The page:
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Cycas, an alternative to palm trees


The specific care that’s needed for a cycas, how and when it should be repotted and watered and diseases that infect it.

Core Cycas facts

Family – Cycadaceae
Type – indoor plant

Exposure – well-lit, full sun – Soil – soil mix – Foliage – evergreen

These are the answers to the many questions that can arise when one has the luck of owning a magnificent cycas.

Not quite a palm tree but still an amazing ornamental plant, cycas is very appealing.

Planting and repotting cycas

Cycas in pots or garden boxes

Cycas requires good soil mix that can be amended with ⅓ compost, if you’ve got any.

Cycas in potTo secure drainage for pots with only one hole at the bottom, pour clay pebbles or small stones into the pot to form a layer. This prevents the hole from clogging. Roots shouldn’t wallow in water, which could be fatal to it.

  • Increase drainage of the soil mix itself with sand, perlite or a few handfuls of clay balls.
  • Set it up in a fair-sized pot filled with special indoor plant or green plant soil mix.
  • Although it may be necessary to repot it in spring every 2 or 3 years, when not repotting then go for regular topdressing. This should answer the nutrient needs of the plant.

Outdoor cycas

  • Use a blend of soil mix, garden soil and sand.
  • Don’t plant in a hollow or sunk-down spot: water might collect in it and choke the plant if it rains too much.

Generally speaking, most cycas don’t tolerate the cold, except Cycas revoluta which survives temperatures just below freezing.

Placing indoor cycas at the right spot

Under our climates, cycas adapts well to living indoors in our homes and apartments, except for Cycas revoluta which quite appreciates cooler temperatures in winter.

  • It grows best when surrounding temperatures hold at around 70 to 72°F (20 to 22°C) and requires very good light, even direct sunlight.

Choose for it a place near a window facing to the South or West so that it would bathe in a good deal of both indirect light and sunlight.

If you live in a house that is quite dark, avoid purchasing Cycas because it won’t cope well with the lack of luminosity.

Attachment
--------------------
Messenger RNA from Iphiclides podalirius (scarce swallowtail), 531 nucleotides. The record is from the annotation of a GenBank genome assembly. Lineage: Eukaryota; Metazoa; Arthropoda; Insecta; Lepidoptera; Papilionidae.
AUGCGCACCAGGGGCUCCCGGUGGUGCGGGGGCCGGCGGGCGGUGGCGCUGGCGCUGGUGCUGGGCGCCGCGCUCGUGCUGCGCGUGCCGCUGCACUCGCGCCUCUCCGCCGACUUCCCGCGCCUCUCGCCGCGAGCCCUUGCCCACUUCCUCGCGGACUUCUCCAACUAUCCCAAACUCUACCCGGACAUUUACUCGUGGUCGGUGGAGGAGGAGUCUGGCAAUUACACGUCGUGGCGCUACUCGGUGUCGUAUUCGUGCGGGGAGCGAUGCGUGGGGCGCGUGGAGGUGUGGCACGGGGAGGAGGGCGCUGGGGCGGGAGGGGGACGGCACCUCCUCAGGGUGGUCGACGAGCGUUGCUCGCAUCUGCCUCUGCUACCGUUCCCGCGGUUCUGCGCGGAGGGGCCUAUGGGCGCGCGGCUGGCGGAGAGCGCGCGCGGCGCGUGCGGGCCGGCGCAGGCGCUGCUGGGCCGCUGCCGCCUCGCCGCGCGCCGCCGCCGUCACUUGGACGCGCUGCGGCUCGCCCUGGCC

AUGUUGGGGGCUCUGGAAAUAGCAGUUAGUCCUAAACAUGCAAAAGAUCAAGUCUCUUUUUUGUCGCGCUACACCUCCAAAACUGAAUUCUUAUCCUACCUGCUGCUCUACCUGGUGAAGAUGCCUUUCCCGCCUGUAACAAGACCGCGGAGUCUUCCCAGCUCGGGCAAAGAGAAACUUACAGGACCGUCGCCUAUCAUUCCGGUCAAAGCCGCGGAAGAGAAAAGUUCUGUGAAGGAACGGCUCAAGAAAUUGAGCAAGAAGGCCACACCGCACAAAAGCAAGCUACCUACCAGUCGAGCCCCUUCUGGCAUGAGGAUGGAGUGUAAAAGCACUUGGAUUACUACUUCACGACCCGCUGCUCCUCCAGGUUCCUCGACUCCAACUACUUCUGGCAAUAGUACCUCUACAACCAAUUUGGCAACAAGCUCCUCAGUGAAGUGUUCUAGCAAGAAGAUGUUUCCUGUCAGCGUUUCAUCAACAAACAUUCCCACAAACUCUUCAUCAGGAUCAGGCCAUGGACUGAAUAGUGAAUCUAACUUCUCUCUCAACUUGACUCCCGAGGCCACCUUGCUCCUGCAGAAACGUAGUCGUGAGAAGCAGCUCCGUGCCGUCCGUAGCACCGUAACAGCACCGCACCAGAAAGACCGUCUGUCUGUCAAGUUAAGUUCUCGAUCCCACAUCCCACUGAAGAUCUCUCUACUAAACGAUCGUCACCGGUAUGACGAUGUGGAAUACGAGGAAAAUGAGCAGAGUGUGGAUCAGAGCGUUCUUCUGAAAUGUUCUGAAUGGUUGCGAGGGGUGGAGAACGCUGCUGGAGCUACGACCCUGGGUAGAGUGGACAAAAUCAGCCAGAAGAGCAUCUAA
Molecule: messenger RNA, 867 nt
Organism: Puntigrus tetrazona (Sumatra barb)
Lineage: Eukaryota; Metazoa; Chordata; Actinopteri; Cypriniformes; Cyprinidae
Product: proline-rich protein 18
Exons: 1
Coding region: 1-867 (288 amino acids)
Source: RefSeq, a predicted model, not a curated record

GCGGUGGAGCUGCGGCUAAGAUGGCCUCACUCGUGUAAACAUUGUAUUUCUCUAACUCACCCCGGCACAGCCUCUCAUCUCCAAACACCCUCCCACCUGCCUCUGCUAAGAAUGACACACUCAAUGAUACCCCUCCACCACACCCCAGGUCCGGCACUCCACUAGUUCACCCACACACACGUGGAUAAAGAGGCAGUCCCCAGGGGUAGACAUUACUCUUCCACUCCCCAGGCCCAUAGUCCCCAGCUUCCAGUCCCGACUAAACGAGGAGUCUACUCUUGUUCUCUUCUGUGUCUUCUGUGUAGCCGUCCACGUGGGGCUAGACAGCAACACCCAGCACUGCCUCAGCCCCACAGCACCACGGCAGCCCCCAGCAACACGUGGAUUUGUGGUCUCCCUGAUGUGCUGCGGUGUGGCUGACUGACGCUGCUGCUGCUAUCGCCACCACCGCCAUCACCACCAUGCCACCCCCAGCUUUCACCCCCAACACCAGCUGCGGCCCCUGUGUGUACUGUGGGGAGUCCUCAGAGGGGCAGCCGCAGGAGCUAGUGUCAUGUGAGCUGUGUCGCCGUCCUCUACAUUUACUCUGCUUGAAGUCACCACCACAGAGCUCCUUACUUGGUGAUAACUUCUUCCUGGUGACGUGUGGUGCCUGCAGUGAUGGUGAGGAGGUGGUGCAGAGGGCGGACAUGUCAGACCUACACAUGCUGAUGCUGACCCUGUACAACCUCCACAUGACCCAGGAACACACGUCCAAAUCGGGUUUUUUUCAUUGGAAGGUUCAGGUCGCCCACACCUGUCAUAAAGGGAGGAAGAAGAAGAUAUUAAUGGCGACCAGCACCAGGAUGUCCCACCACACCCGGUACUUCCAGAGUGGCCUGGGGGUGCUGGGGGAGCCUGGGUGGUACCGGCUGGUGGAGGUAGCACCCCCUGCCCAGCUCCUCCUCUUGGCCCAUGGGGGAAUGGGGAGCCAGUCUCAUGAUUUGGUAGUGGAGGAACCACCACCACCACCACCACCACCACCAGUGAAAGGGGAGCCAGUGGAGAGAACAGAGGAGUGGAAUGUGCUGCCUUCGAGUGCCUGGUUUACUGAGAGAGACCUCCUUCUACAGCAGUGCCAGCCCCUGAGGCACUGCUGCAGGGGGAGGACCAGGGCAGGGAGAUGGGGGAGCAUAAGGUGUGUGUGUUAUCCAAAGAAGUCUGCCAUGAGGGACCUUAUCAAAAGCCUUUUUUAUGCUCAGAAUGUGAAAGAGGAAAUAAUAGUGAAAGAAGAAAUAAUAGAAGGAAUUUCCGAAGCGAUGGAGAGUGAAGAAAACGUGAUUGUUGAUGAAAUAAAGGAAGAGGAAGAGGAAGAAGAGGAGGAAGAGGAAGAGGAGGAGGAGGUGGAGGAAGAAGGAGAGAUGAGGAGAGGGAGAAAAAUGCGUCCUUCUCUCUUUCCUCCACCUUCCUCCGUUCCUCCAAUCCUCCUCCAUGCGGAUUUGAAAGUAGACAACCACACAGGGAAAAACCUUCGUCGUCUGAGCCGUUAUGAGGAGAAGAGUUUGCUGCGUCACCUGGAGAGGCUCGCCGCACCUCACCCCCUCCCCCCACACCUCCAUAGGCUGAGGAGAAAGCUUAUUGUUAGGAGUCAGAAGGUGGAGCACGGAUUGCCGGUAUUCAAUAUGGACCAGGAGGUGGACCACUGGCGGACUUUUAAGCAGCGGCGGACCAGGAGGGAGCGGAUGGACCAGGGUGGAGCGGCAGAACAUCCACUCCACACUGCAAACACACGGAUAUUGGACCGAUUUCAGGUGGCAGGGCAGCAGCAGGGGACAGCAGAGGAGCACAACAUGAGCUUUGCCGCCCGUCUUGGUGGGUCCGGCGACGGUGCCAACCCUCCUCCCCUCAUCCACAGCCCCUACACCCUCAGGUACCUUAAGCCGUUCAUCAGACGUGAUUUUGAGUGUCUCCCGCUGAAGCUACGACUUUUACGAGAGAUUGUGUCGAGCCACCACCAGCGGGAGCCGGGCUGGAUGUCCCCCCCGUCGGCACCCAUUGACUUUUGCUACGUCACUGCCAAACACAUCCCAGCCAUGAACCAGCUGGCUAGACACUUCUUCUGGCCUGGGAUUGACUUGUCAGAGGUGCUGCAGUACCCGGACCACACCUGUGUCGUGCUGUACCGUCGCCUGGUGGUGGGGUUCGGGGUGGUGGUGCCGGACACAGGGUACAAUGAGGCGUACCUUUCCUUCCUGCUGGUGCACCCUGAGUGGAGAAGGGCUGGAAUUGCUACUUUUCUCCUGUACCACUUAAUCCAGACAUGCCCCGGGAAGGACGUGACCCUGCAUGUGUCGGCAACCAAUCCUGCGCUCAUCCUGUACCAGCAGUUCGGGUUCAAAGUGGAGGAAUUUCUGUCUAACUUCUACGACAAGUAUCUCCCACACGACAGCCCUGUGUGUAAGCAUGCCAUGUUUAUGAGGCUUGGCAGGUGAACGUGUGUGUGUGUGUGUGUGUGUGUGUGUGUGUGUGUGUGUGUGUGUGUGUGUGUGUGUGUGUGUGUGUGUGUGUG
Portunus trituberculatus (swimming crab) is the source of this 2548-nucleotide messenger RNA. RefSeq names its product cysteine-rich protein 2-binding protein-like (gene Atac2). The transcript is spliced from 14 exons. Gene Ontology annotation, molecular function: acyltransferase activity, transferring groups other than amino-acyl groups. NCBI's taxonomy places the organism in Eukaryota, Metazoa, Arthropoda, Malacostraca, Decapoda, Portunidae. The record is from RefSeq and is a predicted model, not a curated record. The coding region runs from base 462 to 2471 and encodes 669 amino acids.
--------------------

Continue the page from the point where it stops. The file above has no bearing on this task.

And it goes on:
Watering and adding fertilizer

Finding the right balance is the key…

In spring and summer

This is usually the time of the year when cycas grows most.
Water regularly while letting the soil mix dry in the surface before watering again.

Watering must be regular but limited, in order to not suffocate the plant’s roots.
You might say that watering every 2 or 3 days is often needed.

  • Every two weeks, add liquid fertilizer, but wet the soil mix beforehand.

Starting in fall and then in winter

Start reducing the watering: water needs begin to decrease.
Only when the soil is dry down to the first inch or so (a couple centimeters), water to moisten the entire soil mix clump again.

One could say that watering once every 15 days should be enough.
But this also depends on where your cycas is placed: if in full sun, its needs will surely be higher.

  • This season is also when to stop adding fertilizer, from October all the way to March and April.

Fertilizer for cycas

This plant needs much more nitrogen than it does phosphorus and potassium. In conventional fertilizers, this means the “N” ratio must be higher than that of the “P” and “K”. For example, an 18 – 8 – 8 or a 24 – 8 – 8 fertilizer is perfect. Typically, manure has lots of nitrogen, with that from birds and goats being the highest. There are other ways to increase nitrogen content though:

Diseases and parasites that attack cycas